Sustainability and Global Affairs
A primary root of the ecological crisis is an economic paradigm that focuses on short-term, inequitable profit over the well-being of ecosystems and their human residents. Connecting the global to the local, CEE works to enhance sustainability commitments here at Union Theological Seminary, and to connect with the international movement for a new development agenda and a just transition.
Sustainability and Global Affairs, links with the UN’s new development agenda, in particular the Sustainable Development Goals, and the international conversation in response to climate change. It recognizes that an ecological society will require local, national, and international action to challenge economic paradigms that emphasize short-term profit over long-term health and communities. This program area examines how we measure these long term goals of health and sustainability while making present day economic decisions. This summer we will covene a group of fellow travelers in Rome and Assisi, Italy on the pressing topic of Spirituality & Sustainability.
The Sustainability and Global Affairs Initiative includes our Environmental Justice and Civic Engagement program and the work of our Senior Fellow, Catherine Coleman Flowers. Flowers is the founder of the Alabama Center for Rural Enterprise, and an effective community organizer around issues of water and sanitation in Lowndes County, Alabama. Her story and work drive home the fact that the present economic paradigm results in uneven development both globally and within otherwise wealthy countries, often along racial and ethnic lines.
In September 2015, CEE hosted workshops at a one-day conference on climate change held in Lowndes County that drew nearly 100 people from across the state. One key workshop addressed the relevance of the Sustainable Development Goals and other UN activities to the situation in rural Alabama. While the development goals are laudable, it will take considerable engagement from civic society — including religious entities and with heavy reliance on people of faith — to enact them in a meaningful way.
Flash forward to 2017, we are engaging both urban and rural communities alike through participation in programs like Trinity Institute Dialogue - Not Just Flint: Water Crises and Inequality in the United States, at Trinity Church, NYC and Creating a Climate of Change Climate Justice Training in Florence, South Carolina with CEE Adviser Rev. Leo Woodbury of Kingdom Living Temple.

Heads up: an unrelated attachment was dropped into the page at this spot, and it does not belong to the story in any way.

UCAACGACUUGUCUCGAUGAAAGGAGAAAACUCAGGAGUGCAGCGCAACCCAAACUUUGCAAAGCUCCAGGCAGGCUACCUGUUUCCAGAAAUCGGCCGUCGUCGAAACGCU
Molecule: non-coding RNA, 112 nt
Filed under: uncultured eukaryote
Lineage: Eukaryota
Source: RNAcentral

In this area of engagement, CEE seeks to take the Center’s message and training techniques, beyond the walls of the Union campus through various media, direct delivery of service and witness to underserved populations.
At Union, CEE supports the Green Task Force, an effort launched out of CEE's Religions for the Earth conference in 2014 to develop strategies for integrating creation care into the culture and ethos of all aspects of theological education and community life. The task force focuses on five key areas: Education, Worship & Spirituality, Buildings & Grounds, Community Life, and Public Ministry.
In 2014, Union Theological Seminary became the world’s first seminary to divest entirely from fossil fuels, joining a growing movement that now includes over 100 major religious institutions, universities, cities, counties, and other organizations that are committed to divesting from fossil fuel companies. Building on Union's example, CEE continues to advocate for divestment, both for individuals, and at other seminaries and religious institutions.
From Lowndes County, Alabama, to Paris, and from Assisi, to New York City and Union Theological Seminary: CEE's curriculum continues to be developed from our signature events and in an ever growing collaboration with Original Caretakers Program Fellows and Advisers.